I frequently speak with folks who are members of a limited liability company (“LLC”) that holds legal title to an aircraft. During those conversations these individuals, more often than I would like to admit, state that they “own” the aircraft. They usually go on to argue that they should be able to fly “their” aircraft without any type of agreement or other documentation because they “own” the aircraft.
Unfortunately, these individuals are wrong on both counts. To understand why, it is important to understand how an LLC is structured.
An LLC is owned by all of its members. LLC members hold membership interests in the company that are represented by the members’ capital accounts. An LLC may be governed by its members or managers to handle the day-to-day business of the LLC.
An LLC is treated as a separate “person” in the eyes of the law with an independent existence from its respective members. Thus, when an LLC owns an aircraft, the LLC’s members do not actually own an interest in the aircraft. Rather, the aircraft is an asset of the LLC, and the LLC is managed by the members or managers of the LLC, on behalf and in the best interest of the LLC. So, while the LLC members may own the LLC, they do not have a direct interest in the aircraft that is owned by the LLC. This is an important distinction that is often misunderstood by LLC members.
Although the FAA is not always consistent in its application of the distinction between the LLC aircraft owner and the members of that LLC, when it comes to aircraft ownership it is clear that the FAA does not view the LLC members as the “owners” of an aircraft where the LLC is the registered owner.
This position can result in problems for LLC members when an aircraft is purchased by, and operated from, what is commonly referred to as a “single purpose entity” or “flight-department company.” In this scenario, the buyer, which may be an individual or a business, purchases an aircraft for personal use or use incidental to a business under FAR Part 91. Intending to limit personal liability, the LLC member forms a separate LLC whose sole purpose is to own the aircraft. But then the LLC operates the aircraft for the LLC member under FAR Part 91.
Unfortunately, the FAA will likely view the LLC’s operation of the aircraft on behalf of the LLC member as a commercial operation requiring an air carrier certificate. Even though the flights are for the member, any operation of the aircraft by the LLC for the benefit of the LLC member without an air carrier certificate, could subject the pilot(s) actually flying the aircraft to an FAA legal enforcement action and subject the LLC that owns and is operating the aircraft to a civil penalty action. This is clearly something to be avoided.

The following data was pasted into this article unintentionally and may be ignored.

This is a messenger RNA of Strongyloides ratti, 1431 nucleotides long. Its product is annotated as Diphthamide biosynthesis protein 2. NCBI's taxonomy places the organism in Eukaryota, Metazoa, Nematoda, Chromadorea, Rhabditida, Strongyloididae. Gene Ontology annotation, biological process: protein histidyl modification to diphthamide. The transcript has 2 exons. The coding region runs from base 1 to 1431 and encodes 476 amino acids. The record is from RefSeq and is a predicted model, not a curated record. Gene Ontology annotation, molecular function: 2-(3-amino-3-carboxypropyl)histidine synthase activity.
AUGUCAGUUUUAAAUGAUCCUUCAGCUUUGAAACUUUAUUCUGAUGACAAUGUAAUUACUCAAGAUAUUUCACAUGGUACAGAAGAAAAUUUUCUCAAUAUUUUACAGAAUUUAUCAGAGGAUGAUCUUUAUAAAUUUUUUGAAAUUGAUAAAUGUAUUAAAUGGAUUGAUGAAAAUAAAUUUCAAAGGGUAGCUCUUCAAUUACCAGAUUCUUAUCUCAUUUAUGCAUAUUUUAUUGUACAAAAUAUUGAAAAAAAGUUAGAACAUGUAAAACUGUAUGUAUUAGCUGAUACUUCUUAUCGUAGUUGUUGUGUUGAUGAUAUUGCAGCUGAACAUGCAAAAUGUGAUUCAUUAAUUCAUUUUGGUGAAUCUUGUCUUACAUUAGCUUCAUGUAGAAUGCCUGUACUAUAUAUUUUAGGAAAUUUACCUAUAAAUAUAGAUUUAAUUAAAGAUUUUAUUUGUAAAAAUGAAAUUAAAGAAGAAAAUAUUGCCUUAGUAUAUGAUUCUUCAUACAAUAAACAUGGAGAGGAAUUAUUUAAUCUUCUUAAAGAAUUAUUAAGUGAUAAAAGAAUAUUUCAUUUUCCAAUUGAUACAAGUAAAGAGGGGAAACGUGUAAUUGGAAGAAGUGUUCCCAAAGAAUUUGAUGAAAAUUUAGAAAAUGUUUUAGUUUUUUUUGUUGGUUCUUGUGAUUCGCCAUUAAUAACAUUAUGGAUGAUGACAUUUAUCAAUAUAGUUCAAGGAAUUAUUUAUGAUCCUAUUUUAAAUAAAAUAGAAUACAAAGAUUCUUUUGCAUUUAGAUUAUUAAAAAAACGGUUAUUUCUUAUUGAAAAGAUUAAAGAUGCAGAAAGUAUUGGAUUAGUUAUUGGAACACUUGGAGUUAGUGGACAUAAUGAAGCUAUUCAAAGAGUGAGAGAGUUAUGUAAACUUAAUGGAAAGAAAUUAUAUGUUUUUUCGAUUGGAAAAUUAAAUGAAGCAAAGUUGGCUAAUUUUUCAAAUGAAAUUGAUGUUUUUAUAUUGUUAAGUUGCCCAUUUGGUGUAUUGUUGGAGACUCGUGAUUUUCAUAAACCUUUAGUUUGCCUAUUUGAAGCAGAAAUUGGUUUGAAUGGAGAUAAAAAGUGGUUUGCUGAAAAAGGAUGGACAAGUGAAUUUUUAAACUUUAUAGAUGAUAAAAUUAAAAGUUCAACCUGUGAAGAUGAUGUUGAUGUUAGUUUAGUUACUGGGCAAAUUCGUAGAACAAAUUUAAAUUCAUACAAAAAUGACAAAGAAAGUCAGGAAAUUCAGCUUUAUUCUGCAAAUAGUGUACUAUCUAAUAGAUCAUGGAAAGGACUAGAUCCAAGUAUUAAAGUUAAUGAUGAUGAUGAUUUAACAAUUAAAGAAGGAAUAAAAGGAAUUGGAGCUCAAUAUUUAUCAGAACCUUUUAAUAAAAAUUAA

Similarly, depending upon how this arrangement is structured, the Internal Revenue Service could view the LLC’s operation of the aircraft as a commercial operation requiring the collection and payment of Federal Excise Tax on any flights operated by the LLC on behalf of the member(s). Alternatively, a legally compliant Part 91 private operation may only require the collection of sales tax.
However, it is possible to be legally compliant with the LLC owning the aircraft. The aircraft needs to be operated by the member, as an operator, and for that member’s benefit. Using appropriate agreements, operational control of the aircraft is transferred from the LLC to an LLC member for that member’s use of the aircraft. With that structure, the member, not the LLC, is the operator of the aircraft. This satisfies the FAA’s operational control requirements and avoids the FAA and IRS issues if the LLC were to be the operator.
But regardless of the operational structure, the LLC members will still not be the owners of the aircraft. LLC members desiring to use an LLC for the purchase of an aircraft should keep this in mind when discussing the ownership of the aircraft.
Each situation is unique and must be analyzed to confirm that the ownership and operational arrangements will comply with the regulatory requirements anticipated by the LLC members for operations under FAR Part 91. As they say, “the devil is in the details.”
If you want to use an LLC to own and hold title to an aircraft, and where the LLC members will not be the owners of the aircraft, work with a knowledgeable aviation attorney to ensure that the transaction is structured appropriately to meet the regulatory requirements applicable to your particular situation.
Greg has more than two decades of experience working with airlines, charter companies, fixed base operators, airports, repair stations, pilots, mechanics, and other aviation businesses in aircraft purchase and sale transactions, regulatory compliance including hazmat and drug and alcohol testing, contract negotiation, airport grant assurances, airport leasing, aircraft related agreements, wet leasing, dry leasing, FAA certificate and civil penalty actions and general aviation and business law matters.
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